She came to this conclusion from her own experiences, rising through the corporate ranks and then leading her own start-ups. She had been convinced of the truth that to be an effective, RESULTS-oriented leader meant being “someone who told people what to do (because they knew best); someone who shouted when expectations weren’t met; someone who was uncooperative and aggressive; and someone who pushed and hustled. My perception was that the most self-confident and difficult people achieved things.” Eventual dissatisfaction and burnout led her to a different path: the path of kindness in which she discovered a set of unexpected benefits. These bullet-pointed concepts are direct quotes from her article – the ministry-oriented commentary about each is from me:
- “Doing the right thing is good for business.”
In building lasting customer relationships, making decisions for the greater good makes business stronger. They gain a favorable reputation in their community for treating people right (both customers and employees), and such a reputation is invaluable. For ministry professionals, treating people right (with fairness, with mercy, with a commitment to their well-being and healthy growth as individuals) should be a priority. When we do that, they will shine, and their work will reflect that.
- “A culture of kindness enables innovation.”
This was one of the most interesting points that Sabin makes in her article. In order to thrive, it is critical that businesses be flexible, responsive, and innovative – it’s critical for ministry, too (see Pandemic 2020/21 for a recent example) – and people are only free to creatively innovate when they are comfortable and empowered in their work environment. Here’s a killer quote: “Employees who are browbeaten by leadership and living in fear of making errors or losing their job create a culture of people in constant survival mode.” People in constant survival mode are not innovators. There is too much risk associated with innovation. A culture of kindness, on the other hand, promotes feelings of security and confidence that unleash creative and innovative approaches.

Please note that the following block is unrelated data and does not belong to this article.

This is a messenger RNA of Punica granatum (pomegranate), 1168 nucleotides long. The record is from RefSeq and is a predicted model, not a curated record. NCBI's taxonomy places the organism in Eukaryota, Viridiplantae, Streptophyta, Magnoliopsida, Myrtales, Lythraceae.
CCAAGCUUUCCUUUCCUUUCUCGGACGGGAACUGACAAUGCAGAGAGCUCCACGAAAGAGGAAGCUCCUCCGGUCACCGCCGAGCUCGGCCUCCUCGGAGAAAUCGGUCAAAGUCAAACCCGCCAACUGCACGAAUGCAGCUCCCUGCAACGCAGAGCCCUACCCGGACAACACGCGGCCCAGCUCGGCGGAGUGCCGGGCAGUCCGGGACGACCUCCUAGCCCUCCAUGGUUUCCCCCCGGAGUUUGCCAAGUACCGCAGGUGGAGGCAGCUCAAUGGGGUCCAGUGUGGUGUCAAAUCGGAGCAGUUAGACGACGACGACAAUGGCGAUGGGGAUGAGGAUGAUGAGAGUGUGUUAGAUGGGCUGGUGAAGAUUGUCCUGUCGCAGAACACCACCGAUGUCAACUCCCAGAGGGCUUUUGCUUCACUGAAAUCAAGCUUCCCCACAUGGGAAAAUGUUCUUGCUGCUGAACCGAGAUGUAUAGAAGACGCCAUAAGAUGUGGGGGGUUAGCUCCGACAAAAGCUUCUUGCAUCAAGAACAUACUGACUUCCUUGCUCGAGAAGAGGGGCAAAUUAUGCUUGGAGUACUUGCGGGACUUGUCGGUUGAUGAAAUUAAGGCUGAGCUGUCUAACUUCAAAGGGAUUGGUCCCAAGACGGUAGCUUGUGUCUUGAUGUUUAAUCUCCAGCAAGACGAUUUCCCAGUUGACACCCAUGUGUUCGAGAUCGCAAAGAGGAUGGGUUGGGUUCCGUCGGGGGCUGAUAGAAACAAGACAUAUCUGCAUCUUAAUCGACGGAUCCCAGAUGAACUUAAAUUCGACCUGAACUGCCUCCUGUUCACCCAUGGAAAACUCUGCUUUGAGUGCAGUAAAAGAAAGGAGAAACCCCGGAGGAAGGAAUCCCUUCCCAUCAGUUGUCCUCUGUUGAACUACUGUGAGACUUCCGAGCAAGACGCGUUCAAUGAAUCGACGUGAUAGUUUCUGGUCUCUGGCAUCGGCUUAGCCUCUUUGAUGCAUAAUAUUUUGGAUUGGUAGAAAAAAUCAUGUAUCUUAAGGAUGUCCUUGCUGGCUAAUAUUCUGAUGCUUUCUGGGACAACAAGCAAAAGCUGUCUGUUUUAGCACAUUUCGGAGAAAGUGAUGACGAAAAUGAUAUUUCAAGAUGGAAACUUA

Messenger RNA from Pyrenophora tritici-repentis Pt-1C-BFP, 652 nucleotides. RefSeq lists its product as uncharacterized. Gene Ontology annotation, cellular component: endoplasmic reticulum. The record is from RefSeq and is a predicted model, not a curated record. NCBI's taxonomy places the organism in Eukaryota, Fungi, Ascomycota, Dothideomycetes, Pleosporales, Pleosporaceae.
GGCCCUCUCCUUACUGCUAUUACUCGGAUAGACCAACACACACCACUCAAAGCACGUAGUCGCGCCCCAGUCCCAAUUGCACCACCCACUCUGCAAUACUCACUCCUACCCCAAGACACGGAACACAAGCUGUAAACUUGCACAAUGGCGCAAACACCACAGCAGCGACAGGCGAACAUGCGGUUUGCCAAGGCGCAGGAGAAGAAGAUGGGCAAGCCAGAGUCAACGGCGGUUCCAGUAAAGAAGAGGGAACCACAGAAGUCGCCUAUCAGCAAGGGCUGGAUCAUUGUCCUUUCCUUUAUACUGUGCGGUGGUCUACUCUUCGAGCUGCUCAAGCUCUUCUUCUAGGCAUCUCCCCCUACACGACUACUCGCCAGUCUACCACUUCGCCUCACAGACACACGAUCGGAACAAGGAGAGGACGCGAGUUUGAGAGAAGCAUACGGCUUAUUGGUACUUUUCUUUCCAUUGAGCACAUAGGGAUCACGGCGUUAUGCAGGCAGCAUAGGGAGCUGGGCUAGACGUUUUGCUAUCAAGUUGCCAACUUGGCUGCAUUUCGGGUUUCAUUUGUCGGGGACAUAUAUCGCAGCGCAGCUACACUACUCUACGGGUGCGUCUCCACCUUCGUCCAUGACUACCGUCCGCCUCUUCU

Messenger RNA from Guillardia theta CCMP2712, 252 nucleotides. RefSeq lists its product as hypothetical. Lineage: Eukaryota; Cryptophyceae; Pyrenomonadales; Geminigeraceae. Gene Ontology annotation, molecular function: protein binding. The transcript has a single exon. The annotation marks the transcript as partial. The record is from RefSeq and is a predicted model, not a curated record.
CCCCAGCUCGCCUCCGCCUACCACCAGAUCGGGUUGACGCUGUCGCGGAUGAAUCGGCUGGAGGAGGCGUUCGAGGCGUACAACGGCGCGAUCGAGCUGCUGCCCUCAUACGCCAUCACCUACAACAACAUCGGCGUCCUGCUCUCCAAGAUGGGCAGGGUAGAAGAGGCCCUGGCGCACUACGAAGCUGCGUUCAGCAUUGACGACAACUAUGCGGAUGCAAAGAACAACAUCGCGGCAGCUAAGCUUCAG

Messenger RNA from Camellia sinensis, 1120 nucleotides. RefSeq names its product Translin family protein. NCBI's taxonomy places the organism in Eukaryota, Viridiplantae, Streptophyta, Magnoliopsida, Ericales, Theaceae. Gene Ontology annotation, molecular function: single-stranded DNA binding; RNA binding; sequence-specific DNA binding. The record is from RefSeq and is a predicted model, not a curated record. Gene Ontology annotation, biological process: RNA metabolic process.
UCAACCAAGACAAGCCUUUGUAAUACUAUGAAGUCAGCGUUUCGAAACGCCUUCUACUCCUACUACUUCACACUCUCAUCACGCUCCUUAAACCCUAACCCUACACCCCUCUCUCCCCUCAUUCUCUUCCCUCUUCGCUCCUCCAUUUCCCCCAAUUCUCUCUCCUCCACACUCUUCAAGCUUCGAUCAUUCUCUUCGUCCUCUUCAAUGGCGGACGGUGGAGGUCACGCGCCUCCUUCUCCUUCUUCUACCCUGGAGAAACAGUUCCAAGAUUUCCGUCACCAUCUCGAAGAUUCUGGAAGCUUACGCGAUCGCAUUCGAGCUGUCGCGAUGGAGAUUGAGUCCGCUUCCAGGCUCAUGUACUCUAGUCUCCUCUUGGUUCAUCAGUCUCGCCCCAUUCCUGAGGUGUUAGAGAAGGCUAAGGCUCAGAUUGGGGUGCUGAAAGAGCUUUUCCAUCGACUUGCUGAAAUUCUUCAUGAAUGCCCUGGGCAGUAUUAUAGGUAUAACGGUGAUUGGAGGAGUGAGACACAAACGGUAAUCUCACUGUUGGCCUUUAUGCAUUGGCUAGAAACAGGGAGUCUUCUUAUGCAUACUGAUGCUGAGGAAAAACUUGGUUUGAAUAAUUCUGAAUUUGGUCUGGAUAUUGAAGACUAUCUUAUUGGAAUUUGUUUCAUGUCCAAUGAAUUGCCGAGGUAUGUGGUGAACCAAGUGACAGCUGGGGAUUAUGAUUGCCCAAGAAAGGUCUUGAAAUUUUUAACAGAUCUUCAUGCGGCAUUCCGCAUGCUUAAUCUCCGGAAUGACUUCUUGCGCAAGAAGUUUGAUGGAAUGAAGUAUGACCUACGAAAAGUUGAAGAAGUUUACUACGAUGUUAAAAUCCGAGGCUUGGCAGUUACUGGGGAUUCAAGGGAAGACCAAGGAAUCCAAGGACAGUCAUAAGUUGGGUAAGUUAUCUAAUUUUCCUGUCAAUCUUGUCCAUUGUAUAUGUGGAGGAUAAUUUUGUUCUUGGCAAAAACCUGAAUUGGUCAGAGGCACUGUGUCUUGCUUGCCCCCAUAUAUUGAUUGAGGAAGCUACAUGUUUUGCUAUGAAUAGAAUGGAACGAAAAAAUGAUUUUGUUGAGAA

- “Trust and loyalty are byproducts of kindness.”
Loyal teams are strong teams. Trusting congregations embrace challenges posed by their leadership. Leading with kindness builds trust and loyalty. It is tough to lead people who are scared of us, suspicious of us, don’t feel like our word is our bond, or don’t feel like we have their best interests at heart. It is hard to serve passionately and enthusiastically if we work for a leader who we are pretty sure will throw us under the bus the first time we threaten RESULTS. On the other hand, for a leader who we are sure will stand by us faithfully, we’ll give that leader everything we’ve got (and then some).
Make a list of those Fruit of the Spirit on cards or in a frame, place them on your desk so that you can see them during every meeting, every call, every Zoom, and using them as a filter and guide for every leadership moment. It is a standard endorsed by the Bible, practiced by Jesus, and certified by business leaders as a productive leadership strategy.
How about you? Is your leadership reputation a reputation of kindness? Is that how others would describe you? What things could you do to promote more kind leadership in your organization (and other Fruit of the Spirit leadership moments, too)? This is a great topic for your next staff meeting or volunteer leadership gathering!